USDA Invests $59.4 Million in Nutrition Incentives

U.S. Department of Agriculture (USDA)

The U.S. Department of Agriculture (USDA) announced a recent investment of $59.4 million to support the Gus Schumacher Nutrition Incentive Program’s (GusNIP) Produce Prescription and Nutrition Incentive programs designed to encourage families and individuals to eat more healthfully by increasing access to fresh fruits and vegetables.

Dr. Chavonda Jacobs-Young, USDA Chief Scientist and Under Secretary for Research, Education and Economics, visited the Takoma Park Silver Spring (TPSS) Co-op in Takoma Park, Maryland. Crossroads Community Food Network in partnership with TPSS is receiving funding under this program to launch “Year-Round Fresh Checks” to expand access to affordable fresh fruits and vegetables in the Takoma/Langley Crossroads community, a primarily immigrant neighborhood just outside Washington, D.C. Over the course of the project, it is anticipated that 3,000 Supplemental Nutrition Assistance Program (SNAP) users will spend $450,000, which will be matched with $450,000 in incentives ($250,000 from federal funds and $200,000 from state and local matching dollars).

“Partners such as Crossroads Community Food Network, Inc., are invaluable for USDA’s nutrition security efforts,” said Jacobs-Young. “By understanding the lived experiences of their community, they help deliver USDA programs into the hands of the people who need them most.”

GusNIP programs strive to improve dietary health through increased consumption of fresh produce, improve individual and household food security, and reduce health care use and associated costs. GusNIP Nutrition Incentive programs provide incentives at the point of purchase among income-eligible consumers participating in USDA’s SNAP and income-eligible consumers participating in other USDA nutrition assistance programs. Produce Prescriptions leverage medical assistance programs to provide “prescriptions” from a health care provider for fresh fruits and vegetables.

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“Since its creation in 2019, GusNIP projects have increased access to healthy foods, and this investment serves to ensure that even more consumers can provide fresh, locally-grown fruits and vegetables for their families,” said Dr. Dionne Toombs, Acting Director of the USDA National Institute of Food and Agriculture (NIFA), the entity administering the awards. “In fact, as a result of additional funding provided through the American Rescue Plan Act, NIFA is expanding our reach to many first-time program applicants from underrepresented communities nationwide.”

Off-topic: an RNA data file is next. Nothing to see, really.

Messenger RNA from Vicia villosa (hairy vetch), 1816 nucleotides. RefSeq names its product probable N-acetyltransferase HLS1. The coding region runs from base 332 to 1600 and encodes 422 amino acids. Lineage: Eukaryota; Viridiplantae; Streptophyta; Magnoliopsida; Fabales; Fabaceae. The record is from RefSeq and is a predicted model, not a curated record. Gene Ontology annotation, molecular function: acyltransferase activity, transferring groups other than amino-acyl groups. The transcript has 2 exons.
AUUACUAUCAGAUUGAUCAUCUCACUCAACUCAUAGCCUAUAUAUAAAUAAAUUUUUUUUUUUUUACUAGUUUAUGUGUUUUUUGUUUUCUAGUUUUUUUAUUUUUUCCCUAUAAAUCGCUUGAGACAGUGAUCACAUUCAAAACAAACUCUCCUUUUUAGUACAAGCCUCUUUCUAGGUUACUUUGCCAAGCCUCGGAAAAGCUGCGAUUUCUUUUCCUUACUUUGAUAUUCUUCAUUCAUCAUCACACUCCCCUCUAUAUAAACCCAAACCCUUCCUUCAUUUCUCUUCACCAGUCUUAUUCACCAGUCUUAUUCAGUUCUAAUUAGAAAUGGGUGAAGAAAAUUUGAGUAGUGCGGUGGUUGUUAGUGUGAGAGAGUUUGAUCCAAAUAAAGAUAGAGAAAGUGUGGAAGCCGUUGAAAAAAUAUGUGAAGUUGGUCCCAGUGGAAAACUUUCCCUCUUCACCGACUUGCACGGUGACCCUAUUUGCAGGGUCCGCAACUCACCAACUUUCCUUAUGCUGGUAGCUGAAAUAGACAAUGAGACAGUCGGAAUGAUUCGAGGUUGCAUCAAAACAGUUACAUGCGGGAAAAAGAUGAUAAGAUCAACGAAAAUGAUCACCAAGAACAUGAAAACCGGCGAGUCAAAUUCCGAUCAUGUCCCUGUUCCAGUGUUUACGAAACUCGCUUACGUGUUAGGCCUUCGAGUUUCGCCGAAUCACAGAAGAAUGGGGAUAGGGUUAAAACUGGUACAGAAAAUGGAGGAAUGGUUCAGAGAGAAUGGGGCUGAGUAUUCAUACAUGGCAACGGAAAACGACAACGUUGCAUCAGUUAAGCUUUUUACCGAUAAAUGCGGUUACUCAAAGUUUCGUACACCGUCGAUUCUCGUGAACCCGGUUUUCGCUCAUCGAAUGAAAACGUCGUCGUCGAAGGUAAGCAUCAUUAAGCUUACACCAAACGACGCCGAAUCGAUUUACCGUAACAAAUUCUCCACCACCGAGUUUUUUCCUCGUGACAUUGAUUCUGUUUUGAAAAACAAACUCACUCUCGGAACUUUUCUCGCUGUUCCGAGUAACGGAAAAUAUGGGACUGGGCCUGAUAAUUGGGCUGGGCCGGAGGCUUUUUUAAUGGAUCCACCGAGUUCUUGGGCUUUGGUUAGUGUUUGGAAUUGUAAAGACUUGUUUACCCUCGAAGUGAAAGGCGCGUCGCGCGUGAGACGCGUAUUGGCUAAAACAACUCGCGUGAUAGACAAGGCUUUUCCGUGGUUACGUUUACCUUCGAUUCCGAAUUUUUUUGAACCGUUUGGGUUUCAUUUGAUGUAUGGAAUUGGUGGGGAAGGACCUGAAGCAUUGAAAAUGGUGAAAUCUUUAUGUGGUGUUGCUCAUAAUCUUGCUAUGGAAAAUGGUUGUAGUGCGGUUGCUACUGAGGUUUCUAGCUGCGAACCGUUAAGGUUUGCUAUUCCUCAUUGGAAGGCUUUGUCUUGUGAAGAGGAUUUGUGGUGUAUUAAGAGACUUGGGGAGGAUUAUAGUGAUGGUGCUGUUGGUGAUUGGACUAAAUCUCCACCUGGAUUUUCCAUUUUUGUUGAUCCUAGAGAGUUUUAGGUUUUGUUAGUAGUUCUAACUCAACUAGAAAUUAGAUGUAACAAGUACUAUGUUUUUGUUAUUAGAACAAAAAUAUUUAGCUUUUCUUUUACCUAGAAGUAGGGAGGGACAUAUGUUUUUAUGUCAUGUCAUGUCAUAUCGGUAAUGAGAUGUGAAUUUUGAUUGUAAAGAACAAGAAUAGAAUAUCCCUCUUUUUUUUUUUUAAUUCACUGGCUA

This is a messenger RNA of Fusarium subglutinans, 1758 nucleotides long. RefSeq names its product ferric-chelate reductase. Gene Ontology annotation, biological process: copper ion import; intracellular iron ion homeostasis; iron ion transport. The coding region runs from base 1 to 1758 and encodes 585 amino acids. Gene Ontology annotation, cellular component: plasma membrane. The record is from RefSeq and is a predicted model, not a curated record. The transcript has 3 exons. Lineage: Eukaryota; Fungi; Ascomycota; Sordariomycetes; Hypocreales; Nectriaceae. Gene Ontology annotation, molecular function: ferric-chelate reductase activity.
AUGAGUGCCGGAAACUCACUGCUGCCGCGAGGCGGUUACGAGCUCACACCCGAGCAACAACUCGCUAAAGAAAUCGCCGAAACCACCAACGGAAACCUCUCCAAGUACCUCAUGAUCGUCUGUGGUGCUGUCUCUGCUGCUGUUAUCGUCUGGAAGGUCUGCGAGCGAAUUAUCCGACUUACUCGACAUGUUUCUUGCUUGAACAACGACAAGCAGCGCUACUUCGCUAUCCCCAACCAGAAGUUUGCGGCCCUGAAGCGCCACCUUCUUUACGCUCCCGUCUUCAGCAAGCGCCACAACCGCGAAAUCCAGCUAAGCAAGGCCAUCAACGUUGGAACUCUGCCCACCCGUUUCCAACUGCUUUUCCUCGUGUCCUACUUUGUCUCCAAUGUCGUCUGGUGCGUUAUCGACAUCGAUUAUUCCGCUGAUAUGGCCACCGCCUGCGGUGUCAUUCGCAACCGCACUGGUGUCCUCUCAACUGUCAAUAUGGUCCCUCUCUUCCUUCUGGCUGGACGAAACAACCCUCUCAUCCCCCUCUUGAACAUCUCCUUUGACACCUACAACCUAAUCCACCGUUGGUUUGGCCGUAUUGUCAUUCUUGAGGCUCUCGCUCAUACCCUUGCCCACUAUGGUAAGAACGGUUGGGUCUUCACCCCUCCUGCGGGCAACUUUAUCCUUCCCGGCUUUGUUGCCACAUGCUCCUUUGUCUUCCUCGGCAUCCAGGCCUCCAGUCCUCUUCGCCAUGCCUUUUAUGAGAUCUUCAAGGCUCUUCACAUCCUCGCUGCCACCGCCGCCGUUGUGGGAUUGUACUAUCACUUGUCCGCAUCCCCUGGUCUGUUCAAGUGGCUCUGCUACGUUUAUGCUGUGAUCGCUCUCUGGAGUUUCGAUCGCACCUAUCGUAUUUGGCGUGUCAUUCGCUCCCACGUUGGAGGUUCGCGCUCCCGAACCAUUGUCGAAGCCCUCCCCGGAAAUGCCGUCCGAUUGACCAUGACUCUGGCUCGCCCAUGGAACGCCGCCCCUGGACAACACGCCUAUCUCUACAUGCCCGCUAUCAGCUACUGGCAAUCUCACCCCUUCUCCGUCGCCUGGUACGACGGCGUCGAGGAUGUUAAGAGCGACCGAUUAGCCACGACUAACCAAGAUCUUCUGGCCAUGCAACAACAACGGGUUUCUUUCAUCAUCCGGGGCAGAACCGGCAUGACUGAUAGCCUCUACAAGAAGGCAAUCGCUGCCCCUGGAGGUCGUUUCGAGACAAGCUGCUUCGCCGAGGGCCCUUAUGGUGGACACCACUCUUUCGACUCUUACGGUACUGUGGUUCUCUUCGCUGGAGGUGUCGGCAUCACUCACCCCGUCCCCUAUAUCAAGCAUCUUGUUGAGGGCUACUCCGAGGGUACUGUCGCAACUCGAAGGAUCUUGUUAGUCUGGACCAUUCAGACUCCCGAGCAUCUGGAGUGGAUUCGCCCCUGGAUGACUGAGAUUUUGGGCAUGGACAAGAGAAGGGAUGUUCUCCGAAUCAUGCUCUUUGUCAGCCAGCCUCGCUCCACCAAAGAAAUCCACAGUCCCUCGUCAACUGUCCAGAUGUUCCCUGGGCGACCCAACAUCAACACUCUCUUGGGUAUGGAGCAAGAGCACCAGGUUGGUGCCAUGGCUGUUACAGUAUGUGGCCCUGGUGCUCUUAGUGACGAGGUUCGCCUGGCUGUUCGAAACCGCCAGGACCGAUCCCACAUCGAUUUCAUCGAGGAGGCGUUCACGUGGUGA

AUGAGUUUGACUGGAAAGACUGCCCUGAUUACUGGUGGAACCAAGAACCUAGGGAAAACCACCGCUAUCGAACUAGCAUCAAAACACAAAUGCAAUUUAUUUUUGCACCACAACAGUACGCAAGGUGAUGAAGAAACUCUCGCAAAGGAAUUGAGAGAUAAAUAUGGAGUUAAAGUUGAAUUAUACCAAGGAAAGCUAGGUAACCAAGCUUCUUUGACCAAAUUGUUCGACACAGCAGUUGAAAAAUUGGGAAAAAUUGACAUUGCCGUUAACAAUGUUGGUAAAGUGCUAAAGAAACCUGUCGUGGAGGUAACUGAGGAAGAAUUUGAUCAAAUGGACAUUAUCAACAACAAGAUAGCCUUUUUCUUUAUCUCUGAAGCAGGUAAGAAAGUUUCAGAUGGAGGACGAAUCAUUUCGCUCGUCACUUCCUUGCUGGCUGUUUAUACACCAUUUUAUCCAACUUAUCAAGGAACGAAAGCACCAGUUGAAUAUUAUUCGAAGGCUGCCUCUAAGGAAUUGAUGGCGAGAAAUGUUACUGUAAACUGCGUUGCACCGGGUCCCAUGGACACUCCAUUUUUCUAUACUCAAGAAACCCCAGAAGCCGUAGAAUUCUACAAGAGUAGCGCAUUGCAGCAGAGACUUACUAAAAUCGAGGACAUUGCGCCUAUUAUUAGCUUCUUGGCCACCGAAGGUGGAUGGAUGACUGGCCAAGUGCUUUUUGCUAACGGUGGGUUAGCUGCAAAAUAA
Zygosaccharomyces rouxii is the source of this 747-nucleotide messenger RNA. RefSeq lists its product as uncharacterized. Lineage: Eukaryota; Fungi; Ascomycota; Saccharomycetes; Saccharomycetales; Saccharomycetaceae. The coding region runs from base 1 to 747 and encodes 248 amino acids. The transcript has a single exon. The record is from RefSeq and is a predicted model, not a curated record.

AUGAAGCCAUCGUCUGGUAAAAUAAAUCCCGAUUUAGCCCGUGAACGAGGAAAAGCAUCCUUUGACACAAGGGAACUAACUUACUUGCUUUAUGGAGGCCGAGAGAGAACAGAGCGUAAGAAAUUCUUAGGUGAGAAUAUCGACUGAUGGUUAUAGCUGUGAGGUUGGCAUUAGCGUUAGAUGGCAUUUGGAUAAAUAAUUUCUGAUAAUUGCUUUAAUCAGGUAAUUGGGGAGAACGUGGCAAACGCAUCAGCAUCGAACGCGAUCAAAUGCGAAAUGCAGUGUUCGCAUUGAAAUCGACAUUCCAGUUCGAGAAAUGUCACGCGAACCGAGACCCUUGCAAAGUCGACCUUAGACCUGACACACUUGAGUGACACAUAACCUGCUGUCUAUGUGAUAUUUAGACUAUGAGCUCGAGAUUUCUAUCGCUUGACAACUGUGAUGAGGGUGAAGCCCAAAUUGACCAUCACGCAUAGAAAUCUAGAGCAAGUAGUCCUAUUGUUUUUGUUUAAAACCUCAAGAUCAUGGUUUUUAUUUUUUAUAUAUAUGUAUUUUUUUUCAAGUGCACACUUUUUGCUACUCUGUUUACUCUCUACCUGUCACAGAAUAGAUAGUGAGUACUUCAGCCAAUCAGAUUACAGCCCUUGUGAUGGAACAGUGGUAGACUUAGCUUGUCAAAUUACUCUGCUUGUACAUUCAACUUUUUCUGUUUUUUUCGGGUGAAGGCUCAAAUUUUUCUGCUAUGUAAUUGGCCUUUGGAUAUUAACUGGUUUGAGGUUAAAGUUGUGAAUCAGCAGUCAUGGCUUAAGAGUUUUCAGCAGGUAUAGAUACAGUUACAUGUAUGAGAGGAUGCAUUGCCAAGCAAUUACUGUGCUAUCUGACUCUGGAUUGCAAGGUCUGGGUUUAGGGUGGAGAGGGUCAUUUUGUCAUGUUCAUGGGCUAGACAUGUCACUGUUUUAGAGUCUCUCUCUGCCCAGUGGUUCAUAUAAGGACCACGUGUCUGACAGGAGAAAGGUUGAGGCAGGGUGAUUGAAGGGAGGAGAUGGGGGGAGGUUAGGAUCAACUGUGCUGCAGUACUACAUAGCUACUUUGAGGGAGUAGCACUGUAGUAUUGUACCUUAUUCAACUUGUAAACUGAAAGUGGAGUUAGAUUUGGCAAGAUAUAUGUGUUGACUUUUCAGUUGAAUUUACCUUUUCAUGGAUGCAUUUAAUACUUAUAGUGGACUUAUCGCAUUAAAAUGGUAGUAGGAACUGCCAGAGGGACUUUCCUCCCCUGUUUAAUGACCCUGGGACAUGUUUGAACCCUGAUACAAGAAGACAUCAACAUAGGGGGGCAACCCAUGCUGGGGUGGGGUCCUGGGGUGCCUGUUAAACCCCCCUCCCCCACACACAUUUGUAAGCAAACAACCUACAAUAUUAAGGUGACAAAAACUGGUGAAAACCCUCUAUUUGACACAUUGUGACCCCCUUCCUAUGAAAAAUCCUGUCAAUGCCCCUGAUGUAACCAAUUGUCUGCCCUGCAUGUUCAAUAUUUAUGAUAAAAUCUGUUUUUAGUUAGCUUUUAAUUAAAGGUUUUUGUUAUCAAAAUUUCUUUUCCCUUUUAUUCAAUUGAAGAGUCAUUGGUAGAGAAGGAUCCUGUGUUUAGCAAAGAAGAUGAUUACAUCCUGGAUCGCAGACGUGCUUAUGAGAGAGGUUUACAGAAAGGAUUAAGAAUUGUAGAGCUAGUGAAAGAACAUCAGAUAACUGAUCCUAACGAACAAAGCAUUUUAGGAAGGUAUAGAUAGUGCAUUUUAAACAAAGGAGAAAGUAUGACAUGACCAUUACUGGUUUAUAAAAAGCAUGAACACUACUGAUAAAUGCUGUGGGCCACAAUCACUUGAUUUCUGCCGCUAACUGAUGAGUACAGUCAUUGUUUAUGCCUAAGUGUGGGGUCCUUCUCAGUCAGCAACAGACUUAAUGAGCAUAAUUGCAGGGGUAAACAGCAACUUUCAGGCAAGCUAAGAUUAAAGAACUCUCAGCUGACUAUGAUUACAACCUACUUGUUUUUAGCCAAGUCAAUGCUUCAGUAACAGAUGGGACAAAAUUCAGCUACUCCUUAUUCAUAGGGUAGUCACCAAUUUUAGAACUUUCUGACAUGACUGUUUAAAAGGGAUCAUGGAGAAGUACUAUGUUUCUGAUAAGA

Forty-three awards make up a $20.7 million Produce Prescription Program investment through USDA’s American Rescue Plan funding for the GusNIP program. Among the 43 FY22 Produce Prescription Program proposals awarded, 95% are first-time applicants to the GusNIP Produce Prescription Program, and 60% are new entries to NIFA overall. In addition, $38.7 million will support eight GusNIP Nutrition Incentive projects.

In addition to Crossroads Community Food Network, Inc., examples of projects receiving funding include:

  • The Keya Foundation, Inc., in Timber Lake, South Dakota’s Produce Prescription Program will serve the Cheyenne River Sioux Tribe. The project will address a pressing need in American Indian communities to increase fruit and vegetable consumption and promote optimal cardio-metabolic health for families with school-aged children.
  • Kahuku Medical Center in Kahuku, Hawaii, aims to fill the gap in accessibility and affordability of nutritious, locally grown fruits and vegetables for low-income individuals at risk for, or diagnosed with, a nutrition-related chronic condition using a collaborative approach to improve health outcomes among those at greatest risk, while expanding local food producers’ economic opportunities and agricultural infrastructure.
  • The Farmers Market Fund in Portland, Oregon, will expand its Double up Food Bucks program to more outlets, enabling SNAP participants to increase their purchases of local fruits and vegetables. Participants at 80 farmers markets, 10 farm stands, 45 grocery stores and 40 Community Supported Agriculture models in 34 of Oregon’s 36 counties will receive a dollar-for-dollar incentive at the point of purchase in 2023 and 2024.
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By bringing together stakeholders from various parts of the food and health care systems, GusNIP projects help foster understanding to improve the health and nutrition status of participating households, facilitate growth in underrepresented communities, and collect and aggregate data to identify and improve best practices on a broad scale.

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